Hurricane Laura

No Overarching Themes: Pure Miscellany

Long story short: I had a miscarriage 2 weeks ago today.

On May 10th, I had a D&C to remove the fetus I’d been carrying for almost 9 weeks.  There was no heartbeat, and my body had yet to initiate a natural miscarriage, but I knew I’d go mad carrying around my dead baby, so I let the doctor talk me into removing it.

I don’t know how to start this story – it is one of the most heartbreaking periods of my life, and the hardest part is that I’ve largely been silent about it.  Few people even knew that I was pregnant and very few know that Jon and I have been dealing with infertility for the last year and a half.  At the beginning of this, we were silent about it because neither of us had the language to talk about it.  I still feel like I’m struggling to explain it to the outside world, or even just to myself.  The initial diagnosis came last year, and when it happened, it was such a sharp, world-changing moment that I still feel a deep inhibition about putting it into words.  I’ve described it to a few people as a raw, animal grief – I feel as though I mourn it involuntarily sometimes, like my body just vibrates with sadness without my being able to control or predict it.  I did not realize before it happened how much I wanted children, and how terrible the loss would feel when it appeared I could not have them.

Since the diagnosis, we have been through a special kind of hell – as one friend put it, “welcome to the club that no one wants to be in.”  I’ve been through two uterine surgeries, both easy enough to deal with on the day of each surgery, but with complicated recoveries and the constant fear that the scarring from each procedure will make it impossible to conceive.  I also live in constant fear that I’ll need an emergency hysterectomy and it will all be  over.  We’ve discovered that our families are not really able to understand our grief or support and comfort us very well, so this has only increased the sense of isolation we’re feeling.  The culture we live in also has a variety of negative and insulting things to say about the infertile – I won’t repeat them all, but I’ve heard everything from “Maybe God doesn’t want you to have children” (meaning, I’m somehow less worthy than people who can conceive easily) to “Your problem is that you just can’t relax – relax and you’ll get pregnant” (meaning, this problem isn’t as big a deal as you think it is).  Go to any infertility website and you’ll see a list of insensitive, cruel and hurtful remarks that people make to infertile couples – sometimes they come from members of your own family.  And the worst thing you often get is silence and avoidance – I have one friend who changes the subject or abruptly ends the conversation when I bring up the subject of my struggle with infertility.  In general, I feel like I’ve become the focal point for the unease, fear and hostility that surrounds the darker side of reproduction.  I represent what a lot of women are afraid of, so afraid that they can’t even bring themselves to admit it, so they just want me gone, out of the room, off the screen, out of their lives, as soon as possible.  I’ve had a lot of moments where I feel like I’ve been silenced, shunted aside, and pointedly ignored, for fear of what I might say or what I might make someone confront.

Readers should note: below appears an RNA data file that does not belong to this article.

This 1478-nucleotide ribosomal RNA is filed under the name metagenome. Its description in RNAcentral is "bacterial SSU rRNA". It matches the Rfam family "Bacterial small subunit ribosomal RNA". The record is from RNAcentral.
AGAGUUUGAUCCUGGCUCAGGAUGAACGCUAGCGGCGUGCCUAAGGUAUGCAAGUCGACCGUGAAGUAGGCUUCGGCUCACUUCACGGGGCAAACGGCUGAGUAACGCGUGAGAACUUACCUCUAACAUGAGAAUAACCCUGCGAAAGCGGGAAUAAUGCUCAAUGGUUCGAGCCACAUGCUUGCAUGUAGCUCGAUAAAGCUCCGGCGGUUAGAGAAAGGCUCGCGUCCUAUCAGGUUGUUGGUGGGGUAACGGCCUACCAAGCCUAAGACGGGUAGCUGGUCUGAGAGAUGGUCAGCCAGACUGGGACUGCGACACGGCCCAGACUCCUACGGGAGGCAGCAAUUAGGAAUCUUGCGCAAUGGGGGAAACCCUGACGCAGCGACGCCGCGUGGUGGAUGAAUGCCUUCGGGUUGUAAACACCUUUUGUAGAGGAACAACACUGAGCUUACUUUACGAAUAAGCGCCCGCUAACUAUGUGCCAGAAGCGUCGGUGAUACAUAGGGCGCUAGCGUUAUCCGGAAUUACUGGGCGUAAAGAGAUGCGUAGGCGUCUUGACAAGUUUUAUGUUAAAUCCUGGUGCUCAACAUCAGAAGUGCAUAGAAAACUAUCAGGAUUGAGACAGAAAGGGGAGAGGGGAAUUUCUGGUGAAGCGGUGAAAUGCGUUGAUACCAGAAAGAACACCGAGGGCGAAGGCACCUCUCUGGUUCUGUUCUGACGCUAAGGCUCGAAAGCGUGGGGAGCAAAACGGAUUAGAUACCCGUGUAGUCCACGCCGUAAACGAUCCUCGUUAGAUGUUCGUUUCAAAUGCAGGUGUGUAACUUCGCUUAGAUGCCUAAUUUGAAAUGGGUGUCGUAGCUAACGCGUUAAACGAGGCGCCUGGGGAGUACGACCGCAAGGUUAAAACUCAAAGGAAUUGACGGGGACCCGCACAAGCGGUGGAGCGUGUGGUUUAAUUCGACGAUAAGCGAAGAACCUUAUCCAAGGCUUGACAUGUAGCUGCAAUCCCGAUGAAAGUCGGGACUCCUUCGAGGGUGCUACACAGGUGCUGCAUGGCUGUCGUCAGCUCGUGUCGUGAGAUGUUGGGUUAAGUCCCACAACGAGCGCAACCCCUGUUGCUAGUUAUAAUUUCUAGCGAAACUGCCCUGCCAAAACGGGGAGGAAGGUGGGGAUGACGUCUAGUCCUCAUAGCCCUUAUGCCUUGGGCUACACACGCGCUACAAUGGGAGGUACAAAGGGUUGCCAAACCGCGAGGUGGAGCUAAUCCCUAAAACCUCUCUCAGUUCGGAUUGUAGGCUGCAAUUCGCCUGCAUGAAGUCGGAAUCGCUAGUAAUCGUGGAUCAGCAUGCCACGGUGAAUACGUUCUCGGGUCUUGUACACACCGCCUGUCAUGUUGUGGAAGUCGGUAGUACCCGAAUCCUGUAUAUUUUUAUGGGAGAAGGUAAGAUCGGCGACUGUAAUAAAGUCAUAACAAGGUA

And then there was the pregnancy.  It happened out of nowhere – first it appeared that I magically started ovulating again (after the doctor told me I had stopped some time ago, and if I didn’t start again, there was nothing she could do), and then while we were in the middle of testing and evaluation of our options for treatment, I discovered I was pregnant.  It felt like the whirlwind inexplicably stopped, and we could see a way forward for the first time.  I will also admit:  I fell in love with that baby (to me it really was our baby), impossibly small as it was.  We saw it on the ultrasound at 6 weeks and heard a heartbeat – that’s not something I think I will ever forget in my life.  I tracked its progress every week, and even though I felt wretched, I welcomed it.  I told myself I’d happily throw up for nine months if only the little tadpole would stick it out with us.  I talked to it sometimes, telling it how much we wanted it, how loved it was and would be, thanking it for coming to us after all we’d been through.  Feeling hope for the first time was very painful, but I let myself feel it – I would cry and talk to the baby, saying please stay.  Please make it and live.

Around 8 weeks, I started to think it might just work out for us.  We told our families.  We picked out some names and dared to discuss what our child might be like.  I scheduled a maternity tour and a birth class.  It felt impossible, amazing even, that we’d had this lucky break after so many months of grief and disappointment.

And then, it just ended.  When you work so hard to get pregnant, you take nothing for granted – every twinge, every change in your symptoms, every pain is examined in detail for any sign that something might be wrong.  When my morning sickness abruptly stopped, I knew.  I didn’t want to believe it at first, but I called my OB’s triage nurse, “just in case” I told myself, and by the next day, I had an ultrasound and they confirmed that the heartbeat had stopped and the baby had died.  I felt like such a fool, for hoping like that so early, for daring to believe it might actually work out, for loving something that much that was so small and fragile.